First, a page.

• Centre for Agricultural Biosciences International (CABI)

The Pacific Community

The Pacific Community (SPC), previously known as the Secretariat of the Pacific Community, has been the principal scientific and technical organisation working to support development in the Pacific region since 1947. SPC is an international development organisation owned and governed by 26 country and territory participants. It works in seven key areas relevant to development in the Pacific region, including climate change, disasters, non-communicable diseases, gender equality, youth employment, food and water security, and biosecurity for trade.

SPC and ACIAR have worked in partnership for over 30 years and SPC is a key partner for both ACIAR and DFAT. SPC helps deliver Australia’s wider strategies to support strong benefits from the region’s fisheries, agriculture, forestry and biosecurity sectors. ACIAR currently provides both core and project funding to the Land Resources Division and Fisheries Aquaculture and Marine Ecosystems, with the current core strategic partnership arrangement ending on 31 December 2021.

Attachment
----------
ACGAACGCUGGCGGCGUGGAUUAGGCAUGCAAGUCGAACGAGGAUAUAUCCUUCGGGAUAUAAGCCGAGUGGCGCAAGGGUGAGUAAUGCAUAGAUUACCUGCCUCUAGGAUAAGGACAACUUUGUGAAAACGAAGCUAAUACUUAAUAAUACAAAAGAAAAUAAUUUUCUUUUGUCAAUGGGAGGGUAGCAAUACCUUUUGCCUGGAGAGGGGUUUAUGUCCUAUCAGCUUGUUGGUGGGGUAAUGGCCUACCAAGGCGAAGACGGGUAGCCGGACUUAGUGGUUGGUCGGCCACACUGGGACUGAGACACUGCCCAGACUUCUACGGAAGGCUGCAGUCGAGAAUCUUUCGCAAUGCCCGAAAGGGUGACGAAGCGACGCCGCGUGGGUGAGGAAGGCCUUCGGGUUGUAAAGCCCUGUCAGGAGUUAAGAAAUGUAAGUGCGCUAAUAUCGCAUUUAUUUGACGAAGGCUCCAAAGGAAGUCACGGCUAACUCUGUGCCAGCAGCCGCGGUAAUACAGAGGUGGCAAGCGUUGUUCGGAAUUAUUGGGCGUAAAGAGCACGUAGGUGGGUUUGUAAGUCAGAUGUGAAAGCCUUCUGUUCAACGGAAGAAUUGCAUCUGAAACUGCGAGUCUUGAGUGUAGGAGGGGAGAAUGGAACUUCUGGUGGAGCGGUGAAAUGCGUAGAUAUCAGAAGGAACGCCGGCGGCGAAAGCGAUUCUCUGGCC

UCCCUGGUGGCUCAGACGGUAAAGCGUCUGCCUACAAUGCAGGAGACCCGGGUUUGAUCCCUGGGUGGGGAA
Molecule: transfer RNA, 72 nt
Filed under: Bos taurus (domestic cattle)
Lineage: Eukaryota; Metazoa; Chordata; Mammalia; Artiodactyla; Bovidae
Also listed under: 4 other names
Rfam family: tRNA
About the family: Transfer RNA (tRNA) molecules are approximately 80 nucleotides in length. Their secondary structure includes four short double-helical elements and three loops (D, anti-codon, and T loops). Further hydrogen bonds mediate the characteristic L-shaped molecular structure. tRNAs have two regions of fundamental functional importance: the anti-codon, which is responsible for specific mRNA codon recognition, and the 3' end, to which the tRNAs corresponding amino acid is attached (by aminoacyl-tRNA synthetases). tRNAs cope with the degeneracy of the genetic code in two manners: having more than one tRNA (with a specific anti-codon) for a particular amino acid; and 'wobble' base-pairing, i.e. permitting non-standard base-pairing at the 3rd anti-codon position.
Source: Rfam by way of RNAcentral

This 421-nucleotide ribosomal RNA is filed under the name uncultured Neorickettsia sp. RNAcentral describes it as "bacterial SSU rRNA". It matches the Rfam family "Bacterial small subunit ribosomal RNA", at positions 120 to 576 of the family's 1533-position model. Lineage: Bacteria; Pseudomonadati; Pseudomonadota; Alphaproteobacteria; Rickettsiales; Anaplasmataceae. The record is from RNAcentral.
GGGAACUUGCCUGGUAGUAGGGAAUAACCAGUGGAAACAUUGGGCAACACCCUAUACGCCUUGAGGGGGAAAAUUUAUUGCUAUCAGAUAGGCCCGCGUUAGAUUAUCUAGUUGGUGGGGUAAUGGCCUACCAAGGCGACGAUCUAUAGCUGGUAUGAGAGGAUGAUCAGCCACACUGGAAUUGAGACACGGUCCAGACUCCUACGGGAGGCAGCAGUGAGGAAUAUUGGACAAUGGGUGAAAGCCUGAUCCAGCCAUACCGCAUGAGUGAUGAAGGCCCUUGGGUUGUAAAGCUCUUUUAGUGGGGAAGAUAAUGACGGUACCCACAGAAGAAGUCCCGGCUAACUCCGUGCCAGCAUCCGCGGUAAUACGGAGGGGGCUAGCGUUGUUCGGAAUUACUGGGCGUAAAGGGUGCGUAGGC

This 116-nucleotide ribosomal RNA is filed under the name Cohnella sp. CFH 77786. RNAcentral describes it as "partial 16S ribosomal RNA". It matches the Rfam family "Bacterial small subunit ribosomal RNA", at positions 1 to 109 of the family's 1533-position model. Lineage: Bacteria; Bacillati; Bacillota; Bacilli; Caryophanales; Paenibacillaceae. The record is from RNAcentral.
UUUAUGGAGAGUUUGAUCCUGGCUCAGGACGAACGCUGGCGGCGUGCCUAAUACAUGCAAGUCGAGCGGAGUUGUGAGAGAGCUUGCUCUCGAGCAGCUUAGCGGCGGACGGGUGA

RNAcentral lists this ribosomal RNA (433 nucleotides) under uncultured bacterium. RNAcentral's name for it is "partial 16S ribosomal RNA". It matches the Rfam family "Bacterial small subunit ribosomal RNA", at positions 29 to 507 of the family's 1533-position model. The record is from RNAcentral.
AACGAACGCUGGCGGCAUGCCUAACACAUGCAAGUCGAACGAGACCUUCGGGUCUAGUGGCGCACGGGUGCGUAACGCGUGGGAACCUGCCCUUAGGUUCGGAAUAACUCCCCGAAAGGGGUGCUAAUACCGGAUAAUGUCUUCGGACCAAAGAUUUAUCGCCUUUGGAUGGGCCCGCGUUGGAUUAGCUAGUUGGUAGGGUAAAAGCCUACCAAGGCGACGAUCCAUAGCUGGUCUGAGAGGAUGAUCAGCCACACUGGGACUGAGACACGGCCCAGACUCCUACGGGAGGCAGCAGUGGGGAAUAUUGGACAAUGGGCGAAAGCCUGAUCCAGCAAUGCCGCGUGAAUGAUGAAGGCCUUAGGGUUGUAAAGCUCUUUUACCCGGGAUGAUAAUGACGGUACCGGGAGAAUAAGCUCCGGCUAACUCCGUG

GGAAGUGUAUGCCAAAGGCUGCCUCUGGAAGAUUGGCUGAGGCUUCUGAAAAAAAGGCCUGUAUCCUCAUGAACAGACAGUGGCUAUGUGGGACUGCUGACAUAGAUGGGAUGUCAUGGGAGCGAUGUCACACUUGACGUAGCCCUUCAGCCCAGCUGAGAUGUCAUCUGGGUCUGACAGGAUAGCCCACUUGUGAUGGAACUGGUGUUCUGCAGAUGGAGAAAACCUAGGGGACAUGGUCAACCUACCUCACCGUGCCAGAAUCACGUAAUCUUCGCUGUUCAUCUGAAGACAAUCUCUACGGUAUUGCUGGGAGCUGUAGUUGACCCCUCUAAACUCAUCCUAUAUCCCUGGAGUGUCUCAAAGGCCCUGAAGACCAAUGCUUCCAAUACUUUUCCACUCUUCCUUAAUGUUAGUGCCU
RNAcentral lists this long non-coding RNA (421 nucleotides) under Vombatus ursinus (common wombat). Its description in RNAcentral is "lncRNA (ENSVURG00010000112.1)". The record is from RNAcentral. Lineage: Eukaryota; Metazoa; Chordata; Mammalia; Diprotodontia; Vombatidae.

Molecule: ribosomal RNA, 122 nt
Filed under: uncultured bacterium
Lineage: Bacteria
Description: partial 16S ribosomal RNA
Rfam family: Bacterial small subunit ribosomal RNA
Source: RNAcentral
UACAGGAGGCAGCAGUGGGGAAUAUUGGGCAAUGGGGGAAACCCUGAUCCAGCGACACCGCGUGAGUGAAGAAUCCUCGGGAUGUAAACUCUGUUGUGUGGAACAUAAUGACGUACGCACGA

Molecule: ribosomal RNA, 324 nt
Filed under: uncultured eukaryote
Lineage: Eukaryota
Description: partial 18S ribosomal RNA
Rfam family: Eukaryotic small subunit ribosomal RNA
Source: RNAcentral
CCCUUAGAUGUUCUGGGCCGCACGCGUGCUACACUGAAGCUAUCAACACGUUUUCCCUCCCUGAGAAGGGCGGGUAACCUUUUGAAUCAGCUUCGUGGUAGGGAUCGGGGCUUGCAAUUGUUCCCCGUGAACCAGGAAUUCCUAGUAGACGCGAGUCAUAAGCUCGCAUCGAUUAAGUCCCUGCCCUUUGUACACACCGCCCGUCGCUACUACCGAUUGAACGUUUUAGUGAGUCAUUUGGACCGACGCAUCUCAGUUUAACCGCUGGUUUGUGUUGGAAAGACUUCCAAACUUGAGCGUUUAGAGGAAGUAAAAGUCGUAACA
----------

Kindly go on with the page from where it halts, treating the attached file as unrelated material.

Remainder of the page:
The partnership arrangement between ACIAR and SPC supports core scientific, technical and management capacities, and activities in agriculture and fisheries that add value to the development activities of Pacific Island countries and territories in these areas. ACIAR funding is also aimed at building stronger strategic relationships between the two organisations, enhancing strategic management capacity in the Land Resources Division and strengthening capacity for coastal fisheries development in Fisheries Aquaculture and Marine Ecosystems. ACIAR is committed to supporting SPC to maintain the institutional capacity to sustain the capabilities of these divisions.